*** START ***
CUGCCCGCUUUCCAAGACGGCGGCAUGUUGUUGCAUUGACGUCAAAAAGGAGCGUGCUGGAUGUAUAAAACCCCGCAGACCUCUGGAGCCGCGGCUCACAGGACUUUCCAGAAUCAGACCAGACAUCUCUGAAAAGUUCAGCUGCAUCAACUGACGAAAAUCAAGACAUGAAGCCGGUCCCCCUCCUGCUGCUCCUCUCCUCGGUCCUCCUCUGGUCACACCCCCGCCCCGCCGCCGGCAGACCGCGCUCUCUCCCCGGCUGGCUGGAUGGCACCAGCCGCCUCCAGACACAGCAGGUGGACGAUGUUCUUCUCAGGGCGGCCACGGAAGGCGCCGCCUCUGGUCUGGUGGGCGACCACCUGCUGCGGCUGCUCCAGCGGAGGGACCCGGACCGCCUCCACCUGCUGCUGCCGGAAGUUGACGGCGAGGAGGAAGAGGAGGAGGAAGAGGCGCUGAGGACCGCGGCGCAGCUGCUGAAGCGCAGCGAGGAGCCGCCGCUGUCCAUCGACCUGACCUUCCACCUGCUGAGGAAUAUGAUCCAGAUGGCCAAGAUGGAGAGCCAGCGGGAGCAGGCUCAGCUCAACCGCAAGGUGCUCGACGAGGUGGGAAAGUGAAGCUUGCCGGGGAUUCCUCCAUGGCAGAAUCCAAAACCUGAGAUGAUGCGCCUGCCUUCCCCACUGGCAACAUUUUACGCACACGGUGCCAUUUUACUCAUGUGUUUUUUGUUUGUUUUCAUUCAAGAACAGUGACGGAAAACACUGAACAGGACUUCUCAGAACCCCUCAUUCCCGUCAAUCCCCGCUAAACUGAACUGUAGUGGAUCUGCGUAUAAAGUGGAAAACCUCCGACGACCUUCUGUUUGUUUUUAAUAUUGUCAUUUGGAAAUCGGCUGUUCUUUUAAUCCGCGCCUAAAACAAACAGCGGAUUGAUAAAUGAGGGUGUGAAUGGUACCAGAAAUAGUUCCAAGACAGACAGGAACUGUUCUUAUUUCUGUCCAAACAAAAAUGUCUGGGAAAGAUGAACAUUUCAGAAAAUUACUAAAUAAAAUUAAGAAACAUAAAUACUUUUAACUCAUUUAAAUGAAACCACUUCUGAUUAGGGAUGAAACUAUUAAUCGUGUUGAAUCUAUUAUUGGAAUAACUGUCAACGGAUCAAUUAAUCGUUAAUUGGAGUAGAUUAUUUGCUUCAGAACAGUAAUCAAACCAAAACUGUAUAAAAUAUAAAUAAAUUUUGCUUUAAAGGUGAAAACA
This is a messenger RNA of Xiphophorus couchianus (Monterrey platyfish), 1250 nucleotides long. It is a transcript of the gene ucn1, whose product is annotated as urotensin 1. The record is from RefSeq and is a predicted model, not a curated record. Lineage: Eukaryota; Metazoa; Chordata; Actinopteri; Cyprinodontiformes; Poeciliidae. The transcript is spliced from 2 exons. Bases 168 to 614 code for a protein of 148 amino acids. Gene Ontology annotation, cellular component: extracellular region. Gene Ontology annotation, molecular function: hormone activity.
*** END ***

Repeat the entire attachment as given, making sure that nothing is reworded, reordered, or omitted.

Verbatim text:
CUGCCCGCUUUCCAAGACGGCGGCAUGUUGUUGCAUUGACGUCAAAAAGGAGCGUGCUGGAUGUAUAAAACCCCGCAGACCUCUGGAGCCGCGGCUCACAGGACUUUCCAGAAUCAGACCAGACAUCUCUGAAAAGUUCAGCUGCAUCAACUGACGAAAAUCAAGACAUGAAGCCGGUCCCCCUCCUGCUGCUCCUCUCCUCGGUCCUCCUCUGGUCACACCCCCGCCCCGCCGCCGGCAGACCGCGCUCUCUCCCCGGCUGGCUGGAUGGCACCAGCCGCCUCCAGACACAGCAGGUGGACGAUGUUCUUCUCAGGGCGGCCACGGAAGGCGCCGCCUCUGGUCUGGUGGGCGACCACCUGCUGCGGCUGCUCCAGCGGAGGGACCCGGACCGCCUCCACCUGCUGCUGCCGGAAGUUGACGGCGAGGAGGAAGAGGAGGAGGAAGAGGCGCUGAGGACCGCGGCGCAGCUGCUGAAGCGCAGCGAGGAGCCGCCGCUGUCCAUCGACCUGACCUUCCACCUGCUGAGGAAUAUGAUCCAGAUGGCCAAGAUGGAGAGCCAGCGGGAGCAGGCUCAGCUCAACCGCAAGGUGCUCGACGAGGUGGGAAAGUGAAGCUUGCCGGGGAUUCCUCCAUGGCAGAAUCCAAAACCUGAGAUGAUGCGCCUGCCUUCCCCACUGGCAACAUUUUACGCACACGGUGCCAUUUUACUCAUGUGUUUUUUGUUUGUUUUCAUUCAAGAACAGUGACGGAAAACACUGAACAGGACUUCUCAGAACCCCUCAUUCCCGUCAAUCCCCGCUAAACUGAACUGUAGUGGAUCUGCGUAUAAAGUGGAAAACCUCCGACGACCUUCUGUUUGUUUUUAAUAUUGUCAUUUGGAAAUCGGCUGUUCUUUUAAUCCGCGCCUAAAACAAACAGCGGAUUGAUAAAUGAGGGUGUGAAUGGUACCAGAAAUAGUUCCAAGACAGACAGGAACUGUUCUUAUUUCUGUCCAAACAAAAAUGUCUGGGAAAGAUGAACAUUUCAGAAAAUUACUAAAUAAAAUUAAGAAACAUAAAUACUUUUAACUCAUUUAAAUGAAACCACUUCUGAUUAGGGAUGAAACUAUUAAUCGUGUUGAAUCUAUUAUUGGAAUAACUGUCAACGGAUCAAUUAAUCGUUAAUUGGAGUAGAUUAUUUGCUUCAGAACAGUAAUCAAACCAAAACUGUAUAAAAUAUAAAUAAAUUUUGCUUUAAAGGUGAAAACA
This is a messenger RNA of Xiphophorus couchianus (Monterrey platyfish), 1250 nucleotides long. It is a transcript of the gene ucn1, whose product is annotated as urotensin 1. The record is from RefSeq and is a predicted model, not a curated record. Lineage: Eukaryota; Metazoa; Chordata; Actinopteri; Cyprinodontiformes; Poeciliidae. The transcript is spliced from 2 exons. Bases 168 to 614 code for a protein of 148 amino acids. Gene Ontology annotation, cellular component: extracellular region. Gene Ontology annotation, molecular function: hormone activity.